Contributing Back to the Local Community

The Local "Slow Money" movement poses a simple thought question for you:

 ** What would the world be like if we invested 50% of our money within 50 miles of where we live?

** What if there were a new generation of companies that gave away 50% of their profits?

** What if there were 50% more organic matter in our soil 50 years from now?

  

The movement is working towards establishing food security and more abundant "food sheds" within local communities.

 

When you purchase your food and it's travelled 3000 or more miles, you pay the additional price of gas, trucking fees, interstate transport, and foreign or far-away workers. 

 

Five steps to consider:

 

  • Consider investing in your local economy by supporting a local farmer, artisan, or vendor.
  • Consider purchasing all your food locally – grown within a 150 mile radius, if possible.
  • Consider buying organic, natural, sustainable, recycled/upcycled, and artisan/handmade products.
  • Consider being a part of a food coop, CSA, barter, or sharing economy.
  • Consider moving all your material possessions through freecycle, Craigslist, or circles of acquaintances: especially items likes toys and games, children's clothes, shoes, or other items that can get a lot of usage.

 

 We can strive towards self-sufficiency and support of our local economies. This year, move away from the Wal-mart and toward the Farmer's Marketplace. Move away from Amazon and toward your artisan jeweler, independent bookstore, or vintage shop. Stop going to the chain restaurant and support the local ethnic restaurant.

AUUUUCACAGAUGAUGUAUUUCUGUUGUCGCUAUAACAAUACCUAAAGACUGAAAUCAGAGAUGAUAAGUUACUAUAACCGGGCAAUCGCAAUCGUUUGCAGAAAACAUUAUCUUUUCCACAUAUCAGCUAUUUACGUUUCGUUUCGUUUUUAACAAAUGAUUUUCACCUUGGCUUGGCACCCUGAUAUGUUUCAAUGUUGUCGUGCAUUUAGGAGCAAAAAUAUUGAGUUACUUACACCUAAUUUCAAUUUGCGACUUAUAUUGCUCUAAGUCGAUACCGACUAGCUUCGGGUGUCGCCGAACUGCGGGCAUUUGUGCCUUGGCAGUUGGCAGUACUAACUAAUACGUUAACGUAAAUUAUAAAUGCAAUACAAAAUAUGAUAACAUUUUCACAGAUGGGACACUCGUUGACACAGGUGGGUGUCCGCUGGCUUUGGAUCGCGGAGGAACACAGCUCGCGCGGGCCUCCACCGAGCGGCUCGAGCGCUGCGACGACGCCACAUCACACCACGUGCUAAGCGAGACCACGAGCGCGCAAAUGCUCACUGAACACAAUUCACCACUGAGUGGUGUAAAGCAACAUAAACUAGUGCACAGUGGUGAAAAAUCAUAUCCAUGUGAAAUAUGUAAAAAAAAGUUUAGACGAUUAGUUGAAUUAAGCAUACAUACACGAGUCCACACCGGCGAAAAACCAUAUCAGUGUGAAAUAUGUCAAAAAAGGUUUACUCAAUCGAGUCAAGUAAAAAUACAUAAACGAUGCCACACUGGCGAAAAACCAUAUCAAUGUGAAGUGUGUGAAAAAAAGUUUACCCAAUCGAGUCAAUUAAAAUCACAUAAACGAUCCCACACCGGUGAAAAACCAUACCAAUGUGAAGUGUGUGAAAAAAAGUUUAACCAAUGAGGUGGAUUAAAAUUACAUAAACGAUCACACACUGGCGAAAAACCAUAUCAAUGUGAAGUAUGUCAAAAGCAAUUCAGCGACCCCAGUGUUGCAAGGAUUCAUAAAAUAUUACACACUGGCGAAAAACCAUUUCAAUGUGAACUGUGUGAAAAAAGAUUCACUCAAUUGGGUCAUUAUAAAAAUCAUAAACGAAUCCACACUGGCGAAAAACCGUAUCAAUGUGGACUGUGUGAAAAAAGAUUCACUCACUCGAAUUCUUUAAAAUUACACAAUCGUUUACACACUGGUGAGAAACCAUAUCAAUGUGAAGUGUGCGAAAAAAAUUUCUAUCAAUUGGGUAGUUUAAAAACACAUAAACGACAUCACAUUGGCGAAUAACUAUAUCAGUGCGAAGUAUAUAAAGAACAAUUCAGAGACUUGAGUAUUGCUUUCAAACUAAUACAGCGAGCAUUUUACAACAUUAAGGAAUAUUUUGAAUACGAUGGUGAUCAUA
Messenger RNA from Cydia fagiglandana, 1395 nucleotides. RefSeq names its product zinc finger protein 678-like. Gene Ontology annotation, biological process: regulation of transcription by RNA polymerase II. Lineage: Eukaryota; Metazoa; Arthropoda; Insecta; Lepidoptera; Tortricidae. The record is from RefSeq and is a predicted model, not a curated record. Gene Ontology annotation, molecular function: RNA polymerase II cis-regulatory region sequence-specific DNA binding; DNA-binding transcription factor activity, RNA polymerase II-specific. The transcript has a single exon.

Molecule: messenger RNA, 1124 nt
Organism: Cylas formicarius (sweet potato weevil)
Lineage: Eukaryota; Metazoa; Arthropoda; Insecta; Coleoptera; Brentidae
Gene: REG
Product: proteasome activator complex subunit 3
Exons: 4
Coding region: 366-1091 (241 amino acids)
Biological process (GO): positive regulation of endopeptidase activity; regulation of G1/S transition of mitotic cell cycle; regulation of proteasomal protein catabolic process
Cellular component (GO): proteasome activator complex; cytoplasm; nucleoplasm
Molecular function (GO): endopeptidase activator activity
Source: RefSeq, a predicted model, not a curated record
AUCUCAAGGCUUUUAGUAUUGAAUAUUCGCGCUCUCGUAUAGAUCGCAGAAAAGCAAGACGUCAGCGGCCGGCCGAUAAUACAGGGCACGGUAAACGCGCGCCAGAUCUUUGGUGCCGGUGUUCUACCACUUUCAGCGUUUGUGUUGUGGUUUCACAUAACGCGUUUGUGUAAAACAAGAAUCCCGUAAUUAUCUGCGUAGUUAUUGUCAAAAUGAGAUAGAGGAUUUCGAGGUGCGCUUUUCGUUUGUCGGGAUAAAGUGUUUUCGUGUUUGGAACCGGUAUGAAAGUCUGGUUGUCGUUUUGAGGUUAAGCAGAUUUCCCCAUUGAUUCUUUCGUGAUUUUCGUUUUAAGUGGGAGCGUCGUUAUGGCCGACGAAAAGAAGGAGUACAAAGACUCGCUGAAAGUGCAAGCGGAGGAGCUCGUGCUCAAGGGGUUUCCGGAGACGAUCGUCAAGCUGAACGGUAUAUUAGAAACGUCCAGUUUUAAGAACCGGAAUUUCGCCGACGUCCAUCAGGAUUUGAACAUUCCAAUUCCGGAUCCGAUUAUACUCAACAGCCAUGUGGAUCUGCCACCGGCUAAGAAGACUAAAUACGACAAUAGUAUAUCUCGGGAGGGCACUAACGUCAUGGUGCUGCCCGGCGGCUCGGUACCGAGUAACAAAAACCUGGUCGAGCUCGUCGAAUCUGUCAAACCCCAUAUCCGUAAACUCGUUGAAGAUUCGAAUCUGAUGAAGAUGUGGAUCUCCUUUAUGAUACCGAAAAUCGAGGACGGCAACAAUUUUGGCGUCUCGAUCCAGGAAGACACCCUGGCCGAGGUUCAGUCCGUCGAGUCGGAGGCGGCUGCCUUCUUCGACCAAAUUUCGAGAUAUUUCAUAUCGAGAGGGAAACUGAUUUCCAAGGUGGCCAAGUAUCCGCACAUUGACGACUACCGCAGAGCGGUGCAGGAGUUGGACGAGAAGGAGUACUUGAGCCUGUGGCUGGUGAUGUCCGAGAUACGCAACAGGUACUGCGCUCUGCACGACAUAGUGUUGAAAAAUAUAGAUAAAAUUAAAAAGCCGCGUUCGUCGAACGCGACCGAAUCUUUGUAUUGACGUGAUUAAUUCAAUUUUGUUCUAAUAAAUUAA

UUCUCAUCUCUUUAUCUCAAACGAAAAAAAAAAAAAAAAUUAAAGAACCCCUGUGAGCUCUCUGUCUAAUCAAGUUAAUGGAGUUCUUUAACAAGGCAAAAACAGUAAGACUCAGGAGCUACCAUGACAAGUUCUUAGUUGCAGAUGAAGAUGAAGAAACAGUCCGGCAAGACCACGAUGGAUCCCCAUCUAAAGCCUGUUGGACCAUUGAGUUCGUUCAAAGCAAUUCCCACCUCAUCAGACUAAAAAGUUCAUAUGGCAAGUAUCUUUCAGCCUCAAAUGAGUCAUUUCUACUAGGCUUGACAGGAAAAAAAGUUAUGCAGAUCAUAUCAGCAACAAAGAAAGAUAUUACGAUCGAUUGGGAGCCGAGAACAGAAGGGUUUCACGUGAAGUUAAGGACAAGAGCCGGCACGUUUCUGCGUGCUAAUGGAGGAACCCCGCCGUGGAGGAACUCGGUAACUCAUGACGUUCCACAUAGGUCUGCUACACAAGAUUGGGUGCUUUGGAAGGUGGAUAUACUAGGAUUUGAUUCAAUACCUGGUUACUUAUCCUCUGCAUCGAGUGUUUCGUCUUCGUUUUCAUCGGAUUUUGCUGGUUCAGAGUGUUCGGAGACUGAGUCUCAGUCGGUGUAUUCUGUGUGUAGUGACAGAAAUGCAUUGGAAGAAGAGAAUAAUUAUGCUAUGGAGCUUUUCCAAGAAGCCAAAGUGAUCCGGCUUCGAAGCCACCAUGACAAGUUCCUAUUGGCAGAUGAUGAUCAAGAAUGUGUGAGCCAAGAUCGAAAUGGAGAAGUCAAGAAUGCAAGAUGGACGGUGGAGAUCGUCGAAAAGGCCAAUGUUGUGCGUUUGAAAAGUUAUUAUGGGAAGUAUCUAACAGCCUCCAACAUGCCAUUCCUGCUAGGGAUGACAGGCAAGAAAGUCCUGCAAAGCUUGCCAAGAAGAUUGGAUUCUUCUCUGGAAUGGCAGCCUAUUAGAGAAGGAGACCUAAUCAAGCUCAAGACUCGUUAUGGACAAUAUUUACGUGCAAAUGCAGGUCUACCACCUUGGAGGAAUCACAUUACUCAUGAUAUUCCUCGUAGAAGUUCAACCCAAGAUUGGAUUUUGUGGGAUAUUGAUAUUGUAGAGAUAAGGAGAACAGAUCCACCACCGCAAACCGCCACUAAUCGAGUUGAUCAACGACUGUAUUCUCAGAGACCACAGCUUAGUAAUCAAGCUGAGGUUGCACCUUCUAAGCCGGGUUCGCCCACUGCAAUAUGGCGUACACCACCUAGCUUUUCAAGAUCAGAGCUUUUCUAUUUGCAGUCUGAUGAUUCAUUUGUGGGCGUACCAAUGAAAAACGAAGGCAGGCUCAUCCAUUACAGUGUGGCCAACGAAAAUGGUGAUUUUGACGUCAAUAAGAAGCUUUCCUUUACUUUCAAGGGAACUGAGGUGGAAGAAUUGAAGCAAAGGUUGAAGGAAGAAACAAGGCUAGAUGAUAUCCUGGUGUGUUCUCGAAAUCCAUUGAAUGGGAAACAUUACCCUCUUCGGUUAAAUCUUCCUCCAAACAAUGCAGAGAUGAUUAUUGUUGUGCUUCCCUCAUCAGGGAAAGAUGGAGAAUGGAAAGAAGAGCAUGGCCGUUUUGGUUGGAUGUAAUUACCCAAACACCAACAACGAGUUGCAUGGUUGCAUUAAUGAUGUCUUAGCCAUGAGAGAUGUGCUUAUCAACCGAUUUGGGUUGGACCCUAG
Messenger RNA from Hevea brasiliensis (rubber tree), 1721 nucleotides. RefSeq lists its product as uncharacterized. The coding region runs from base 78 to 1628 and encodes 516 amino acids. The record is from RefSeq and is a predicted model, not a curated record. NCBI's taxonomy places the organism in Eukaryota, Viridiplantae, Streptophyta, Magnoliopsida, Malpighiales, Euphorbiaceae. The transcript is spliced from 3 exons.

We can move the economy towards sanity, productivity, and security – one decision at a time. 

Monica S. Flores, web developer at 10kWebdesign, believes in the triple bottom line of people, planet, and profits. She creates effective, engaging websites for women-owned companies, green businesses, and progressive organizations: her focus is on organic, holistic, fair trade, and sustainable work, and she's committed to Drupal development. Follow her on Twitter as @monicadear. She runs The Greater Equator, a luxury online marketplace of eco-friendly products, and Green Business Women, a directory of green women in business.

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